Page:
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Committee proposes slogans for area

| June 23, 2004 12:00 AM

By Roger Morris, Western News Publisher

Public input on a marketing slogan to support the Kootenai River Country identity is needed by a committee that has whittled the choices down to five.

The slogan will be used as a consistent catch-line in marketing materials to entice visitors to Lincoln County. The Connect the Dots committee started with 29 possible slogans.

The five slogans being considered are ³Rich, Rare, Remote,² ³Mountains of Fun,² ³Wildly Accessible,² ³As Big as Your Dreams,² and ³Montana¹s Great Northwest.²

The committee is hoping to take the most popular three slogans, and with Glacier Country¹s help, seek opinions from other regions of the country as to which slogan would attract people to this area, said Vicki Munson, committee member. The slogans will be tested in Texas, Colorado and California, she said.

Locally, the committee is asking county resident to rate the slogans and tell them, in writing, which should be first, second and third. The committee needs the input back by July 10.

Written ratings of the slogans can be dropped off at the Kootenai River Development Council office at the Memorial Center, at Troy City Hall, at Libby City Hall, at First National Bank in Libby at The Western News or people may e-mail their ratings to KRDC@lclink.com.³We hope to tabulate the results within a week and then share the results locally,² Munson said.

Also, the committee is circulating a survey that seeks local resident attitudes toward tourism. The surveys will be distributed to Kootenet and Kootenai Valley Internet Service customers. Copies will also be available throughout the Libby-Troy area. The survey needs to be completed by Aug. 1.

And the committee is coordinating completion of the gateway sign project, which evolved out of a meeting in June 2003.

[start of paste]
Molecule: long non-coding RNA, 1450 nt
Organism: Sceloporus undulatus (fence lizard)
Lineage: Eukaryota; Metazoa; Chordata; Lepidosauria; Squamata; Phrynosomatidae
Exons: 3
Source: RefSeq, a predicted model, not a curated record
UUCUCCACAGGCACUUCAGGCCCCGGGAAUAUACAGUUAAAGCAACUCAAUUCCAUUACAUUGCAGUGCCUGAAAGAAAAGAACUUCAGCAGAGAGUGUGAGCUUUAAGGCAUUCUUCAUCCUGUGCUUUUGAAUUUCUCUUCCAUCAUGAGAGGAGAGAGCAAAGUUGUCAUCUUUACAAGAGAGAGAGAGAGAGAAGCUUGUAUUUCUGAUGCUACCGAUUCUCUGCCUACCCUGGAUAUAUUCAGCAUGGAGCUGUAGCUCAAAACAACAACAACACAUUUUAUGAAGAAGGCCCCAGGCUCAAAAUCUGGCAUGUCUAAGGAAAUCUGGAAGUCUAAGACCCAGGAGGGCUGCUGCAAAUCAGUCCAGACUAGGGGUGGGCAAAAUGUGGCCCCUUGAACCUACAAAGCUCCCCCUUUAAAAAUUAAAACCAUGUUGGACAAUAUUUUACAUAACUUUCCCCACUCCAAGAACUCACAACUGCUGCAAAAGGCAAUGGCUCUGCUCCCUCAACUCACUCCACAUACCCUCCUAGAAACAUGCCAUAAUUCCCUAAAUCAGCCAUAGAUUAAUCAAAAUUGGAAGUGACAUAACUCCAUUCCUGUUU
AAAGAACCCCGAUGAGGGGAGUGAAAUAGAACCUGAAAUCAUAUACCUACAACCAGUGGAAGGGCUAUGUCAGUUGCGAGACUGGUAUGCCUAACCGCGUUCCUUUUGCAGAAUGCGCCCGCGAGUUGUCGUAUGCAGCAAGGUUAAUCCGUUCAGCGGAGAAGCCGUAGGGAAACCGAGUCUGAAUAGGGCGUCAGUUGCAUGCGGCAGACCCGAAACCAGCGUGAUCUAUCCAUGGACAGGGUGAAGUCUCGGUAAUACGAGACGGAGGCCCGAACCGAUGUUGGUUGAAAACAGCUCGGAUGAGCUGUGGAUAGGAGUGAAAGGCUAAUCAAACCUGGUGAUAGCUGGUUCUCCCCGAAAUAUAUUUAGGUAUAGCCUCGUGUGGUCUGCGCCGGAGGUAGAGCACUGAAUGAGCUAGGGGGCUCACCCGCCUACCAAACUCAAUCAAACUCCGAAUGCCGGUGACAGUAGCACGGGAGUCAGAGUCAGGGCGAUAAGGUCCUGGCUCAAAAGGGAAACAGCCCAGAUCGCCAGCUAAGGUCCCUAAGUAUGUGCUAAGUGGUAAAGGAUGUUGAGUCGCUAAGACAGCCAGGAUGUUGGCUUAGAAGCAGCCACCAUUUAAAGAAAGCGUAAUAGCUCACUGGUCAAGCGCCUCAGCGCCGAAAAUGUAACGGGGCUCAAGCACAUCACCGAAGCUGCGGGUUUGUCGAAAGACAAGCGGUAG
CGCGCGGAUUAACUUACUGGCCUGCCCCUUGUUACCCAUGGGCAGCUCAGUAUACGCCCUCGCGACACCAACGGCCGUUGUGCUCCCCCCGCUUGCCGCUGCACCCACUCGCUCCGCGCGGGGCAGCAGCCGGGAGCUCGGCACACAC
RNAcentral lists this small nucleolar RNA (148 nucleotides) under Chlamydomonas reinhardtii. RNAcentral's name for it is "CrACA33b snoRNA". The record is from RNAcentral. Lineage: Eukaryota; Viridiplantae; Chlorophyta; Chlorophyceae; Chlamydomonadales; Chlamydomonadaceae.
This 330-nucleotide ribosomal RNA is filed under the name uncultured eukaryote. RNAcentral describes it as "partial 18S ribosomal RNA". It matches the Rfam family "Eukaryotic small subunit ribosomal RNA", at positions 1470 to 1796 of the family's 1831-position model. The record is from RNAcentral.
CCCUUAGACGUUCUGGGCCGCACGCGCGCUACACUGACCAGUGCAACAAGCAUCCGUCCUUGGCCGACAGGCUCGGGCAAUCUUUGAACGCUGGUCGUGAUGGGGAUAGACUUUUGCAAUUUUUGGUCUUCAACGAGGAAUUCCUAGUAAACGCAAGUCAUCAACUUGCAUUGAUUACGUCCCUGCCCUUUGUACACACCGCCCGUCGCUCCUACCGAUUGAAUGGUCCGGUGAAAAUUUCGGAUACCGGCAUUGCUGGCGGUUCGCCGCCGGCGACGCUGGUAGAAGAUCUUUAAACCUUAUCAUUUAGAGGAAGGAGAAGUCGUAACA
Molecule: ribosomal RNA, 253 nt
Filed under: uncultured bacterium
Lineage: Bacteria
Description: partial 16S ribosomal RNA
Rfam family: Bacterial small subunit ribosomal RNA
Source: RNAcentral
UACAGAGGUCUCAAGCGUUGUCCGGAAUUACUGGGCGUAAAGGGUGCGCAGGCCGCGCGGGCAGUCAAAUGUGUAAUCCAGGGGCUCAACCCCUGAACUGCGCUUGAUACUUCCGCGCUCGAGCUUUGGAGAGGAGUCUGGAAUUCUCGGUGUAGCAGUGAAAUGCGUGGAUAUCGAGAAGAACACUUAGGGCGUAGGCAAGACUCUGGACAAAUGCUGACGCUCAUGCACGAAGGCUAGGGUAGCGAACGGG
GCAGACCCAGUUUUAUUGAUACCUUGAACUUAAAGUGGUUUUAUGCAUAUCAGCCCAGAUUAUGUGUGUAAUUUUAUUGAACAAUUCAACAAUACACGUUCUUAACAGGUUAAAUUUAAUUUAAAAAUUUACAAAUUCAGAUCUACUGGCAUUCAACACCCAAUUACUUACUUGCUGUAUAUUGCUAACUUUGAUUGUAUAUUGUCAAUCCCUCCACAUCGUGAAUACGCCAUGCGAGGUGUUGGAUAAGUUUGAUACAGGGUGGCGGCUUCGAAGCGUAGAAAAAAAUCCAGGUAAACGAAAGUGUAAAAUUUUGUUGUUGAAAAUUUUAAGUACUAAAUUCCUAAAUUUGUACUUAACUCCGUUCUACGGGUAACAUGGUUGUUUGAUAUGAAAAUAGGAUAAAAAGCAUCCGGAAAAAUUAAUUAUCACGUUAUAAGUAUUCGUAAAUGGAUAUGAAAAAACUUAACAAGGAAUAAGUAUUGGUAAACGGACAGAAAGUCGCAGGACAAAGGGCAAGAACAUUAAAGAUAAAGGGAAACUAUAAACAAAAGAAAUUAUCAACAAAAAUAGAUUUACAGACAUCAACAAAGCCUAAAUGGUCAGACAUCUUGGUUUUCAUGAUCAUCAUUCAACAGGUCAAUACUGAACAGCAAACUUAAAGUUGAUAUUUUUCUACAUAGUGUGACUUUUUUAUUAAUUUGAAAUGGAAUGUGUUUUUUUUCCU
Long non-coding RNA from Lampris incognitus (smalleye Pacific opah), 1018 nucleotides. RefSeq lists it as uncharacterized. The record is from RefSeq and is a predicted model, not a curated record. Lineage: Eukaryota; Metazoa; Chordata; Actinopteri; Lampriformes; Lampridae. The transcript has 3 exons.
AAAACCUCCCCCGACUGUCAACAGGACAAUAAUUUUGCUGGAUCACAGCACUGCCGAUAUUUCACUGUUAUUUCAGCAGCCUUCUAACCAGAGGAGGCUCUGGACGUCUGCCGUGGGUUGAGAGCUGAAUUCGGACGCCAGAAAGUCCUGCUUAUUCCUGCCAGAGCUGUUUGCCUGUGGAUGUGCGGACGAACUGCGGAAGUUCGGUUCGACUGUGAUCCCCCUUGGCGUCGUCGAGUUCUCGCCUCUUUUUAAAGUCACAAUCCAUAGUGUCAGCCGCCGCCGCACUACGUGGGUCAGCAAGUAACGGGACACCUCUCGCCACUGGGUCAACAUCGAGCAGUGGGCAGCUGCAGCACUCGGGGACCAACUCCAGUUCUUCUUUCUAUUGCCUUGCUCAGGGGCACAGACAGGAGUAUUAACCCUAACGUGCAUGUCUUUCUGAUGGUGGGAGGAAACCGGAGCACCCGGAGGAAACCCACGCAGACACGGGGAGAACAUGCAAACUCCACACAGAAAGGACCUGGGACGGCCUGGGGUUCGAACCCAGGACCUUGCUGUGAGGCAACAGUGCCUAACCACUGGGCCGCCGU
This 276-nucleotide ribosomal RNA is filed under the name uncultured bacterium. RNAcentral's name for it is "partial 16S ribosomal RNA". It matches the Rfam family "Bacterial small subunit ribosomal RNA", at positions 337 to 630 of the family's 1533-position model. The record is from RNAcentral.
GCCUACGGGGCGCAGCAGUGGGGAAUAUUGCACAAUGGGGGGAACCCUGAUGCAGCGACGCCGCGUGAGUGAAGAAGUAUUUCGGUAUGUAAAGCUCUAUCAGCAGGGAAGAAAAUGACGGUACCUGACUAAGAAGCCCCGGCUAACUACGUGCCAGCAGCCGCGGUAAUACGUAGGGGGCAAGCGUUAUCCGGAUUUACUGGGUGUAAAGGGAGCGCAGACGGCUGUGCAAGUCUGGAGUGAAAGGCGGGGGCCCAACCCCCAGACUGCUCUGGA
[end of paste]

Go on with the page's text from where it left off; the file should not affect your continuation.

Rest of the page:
The first sign, to be located near Yaak Hill on U.S. Highway 2 north of Troy has been engineered and is ready for installation.

Troy Mayor John Brown has worked with engineers Thomas, Dean & Hoskins of Kalispell. He has also enlisted the help of Twinkle Welding in Libby to design a form so that the signs can be reinforced concrete and the same mold used for all five signs. Helping Brown are Dave Norman and Clint Taylor, Troy city employees.

The county commissioners have contributed $25,000 from the hard rock mines fund.

The signs at Bull Lake and the Yaak Hill have been approved by the state Department of Transportation. Approval for signs north of Eureka, near Stryker and at the Chain of Lakes, is expected shortly, Munson said. Construction of the signs is expected afterward.

³I¹d say before the snow flies,² Munson said.

The signs will welcome travelers to Kootenai River Country.

³If people are saying why are we doing these signs: we want to let people know they have arrived in the Kootenai River Country, which is basically Lincoln County.²

³We want to create a personality,² said Sandra Johnson, Troy city clerk and a committee member. ³It¹s a recognition.²

During last year¹s meeting with Roger Brooks and his associates of Destination Development Inc., it was agreed by county residents, businessowners and elected officials that the Kootenai River was a common thread for the county.

Every county in the western United States is competing for tourist dollars and Lincoln County has taken steps to stand apart, Brooks said. He said the country of northwest Montana is big and beautiful and the signs are needed to make a lasting impression.

The sign locations were chosen to emphasize that impression and identify where people are.

The signs at Yaak Hill and north of Eureka will include ³Gateway to Montana.²

The Connect the Dots committee consists of Deb Davidson, Jolene Workman of Eureka, Munson and Johnson.